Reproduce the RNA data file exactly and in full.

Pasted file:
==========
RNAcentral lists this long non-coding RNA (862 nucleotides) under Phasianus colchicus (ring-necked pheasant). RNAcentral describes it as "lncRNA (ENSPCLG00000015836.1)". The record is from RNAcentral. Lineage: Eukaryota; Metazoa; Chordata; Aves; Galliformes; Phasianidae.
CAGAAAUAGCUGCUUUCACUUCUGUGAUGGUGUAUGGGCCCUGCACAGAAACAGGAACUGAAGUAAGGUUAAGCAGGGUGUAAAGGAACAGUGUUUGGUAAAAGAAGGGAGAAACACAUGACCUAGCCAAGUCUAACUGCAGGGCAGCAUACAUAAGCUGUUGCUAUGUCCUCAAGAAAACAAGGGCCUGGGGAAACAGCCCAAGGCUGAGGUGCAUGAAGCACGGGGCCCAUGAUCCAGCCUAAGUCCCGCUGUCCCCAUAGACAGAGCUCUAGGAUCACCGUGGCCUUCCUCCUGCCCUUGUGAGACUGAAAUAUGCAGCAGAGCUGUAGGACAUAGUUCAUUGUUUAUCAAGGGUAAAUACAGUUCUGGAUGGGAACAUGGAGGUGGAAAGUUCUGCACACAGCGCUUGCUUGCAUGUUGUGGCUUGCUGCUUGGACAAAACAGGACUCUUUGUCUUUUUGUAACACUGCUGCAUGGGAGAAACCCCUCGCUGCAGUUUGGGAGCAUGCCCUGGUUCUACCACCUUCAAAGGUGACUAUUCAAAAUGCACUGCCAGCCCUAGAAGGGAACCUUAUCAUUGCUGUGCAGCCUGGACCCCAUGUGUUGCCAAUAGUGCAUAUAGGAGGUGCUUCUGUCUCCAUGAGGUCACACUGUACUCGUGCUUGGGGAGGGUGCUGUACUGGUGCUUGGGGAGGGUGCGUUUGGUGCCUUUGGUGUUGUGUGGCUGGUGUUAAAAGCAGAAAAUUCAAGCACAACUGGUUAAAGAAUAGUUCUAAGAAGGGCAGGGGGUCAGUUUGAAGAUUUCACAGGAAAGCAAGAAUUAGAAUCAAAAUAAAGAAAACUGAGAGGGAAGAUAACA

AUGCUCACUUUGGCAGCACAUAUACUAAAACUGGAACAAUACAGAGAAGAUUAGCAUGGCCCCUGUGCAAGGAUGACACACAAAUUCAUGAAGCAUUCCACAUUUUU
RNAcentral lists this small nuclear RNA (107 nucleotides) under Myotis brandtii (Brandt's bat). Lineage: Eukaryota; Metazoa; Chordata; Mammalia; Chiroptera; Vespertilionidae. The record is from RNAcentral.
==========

RNAcentral lists this long non-coding RNA (862 nucleotides) under Phasianus colchicus (ring-necked pheasant). RNAcentral describes it as "lncRNA (ENSPCLG00000015836.1)". The record is from RNAcentral. Lineage: Eukaryota; Metazoa; Chordata; Aves; Galliformes; Phasianidae.
CAGAAAUAGCUGCUUUCACUUCUGUGAUGGUGUAUGGGCCCUGCACAGAAACAGGAACUGAAGUAAGGUUAAGCAGGGUGUAAAGGAACAGUGUUUGGUAAAAGAAGGGAGAAACACAUGACCUAGCCAAGUCUAACUGCAGGGCAGCAUACAUAAGCUGUUGCUAUGUCCUCAAGAAAACAAGGGCCUGGGGAAACAGCCCAAGGCUGAGGUGCAUGAAGCACGGGGCCCAUGAUCCAGCCUAAGUCCCGCUGUCCCCAUAGACAGAGCUCUAGGAUCACCGUGGCCUUCCUCCUGCCCUUGUGAGACUGAAAUAUGCAGCAGAGCUGUAGGACAUAGUUCAUUGUUUAUCAAGGGUAAAUACAGUUCUGGAUGGGAACAUGGAGGUGGAAAGUUCUGCACACAGCGCUUGCUUGCAUGUUGUGGCUUGCUGCUUGGACAAAACAGGACUCUUUGUCUUUUUGUAACACUGCUGCAUGGGAGAAACCCCUCGCUGCAGUUUGGGAGCAUGCCCUGGUUCUACCACCUUCAAAGGUGACUAUUCAAAAUGCACUGCCAGCCCUAGAAGGGAACCUUAUCAUUGCUGUGCAGCCUGGACCCCAUGUGUUGCCAAUAGUGCAUAUAGGAGGUGCUUCUGUCUCCAUGAGGUCACACUGUACUCGUGCUUGGGGAGGGUGCUGUACUGGUGCUUGGGGAGGGUGCGUUUGGUGCCUUUGGUGUUGUGUGGCUGGUGUUAAAAGCAGAAAAUUCAAGCACAACUGGUUAAAGAAUAGUUCUAAGAAGGGCAGGGGGUCAGUUUGAAGAUUUCACAGGAAAGCAAGAAUUAGAAUCAAAAUAAAGAAAACUGAGAGGGAAGAUAACA

AUGCUCACUUUGGCAGCACAUAUACUAAAACUGGAACAAUACAGAGAAGAUUAGCAUGGCCCCUGUGCAAGGAUGACACACAAAUUCAUGAAGCAUUCCACAUUUUU
RNAcentral lists this small nuclear RNA (107 nucleotides) under Myotis brandtii (Brandt's bat). Lineage: Eukaryota; Metazoa; Chordata; Mammalia; Chiroptera; Vespertilionidae. The record is from RNAcentral.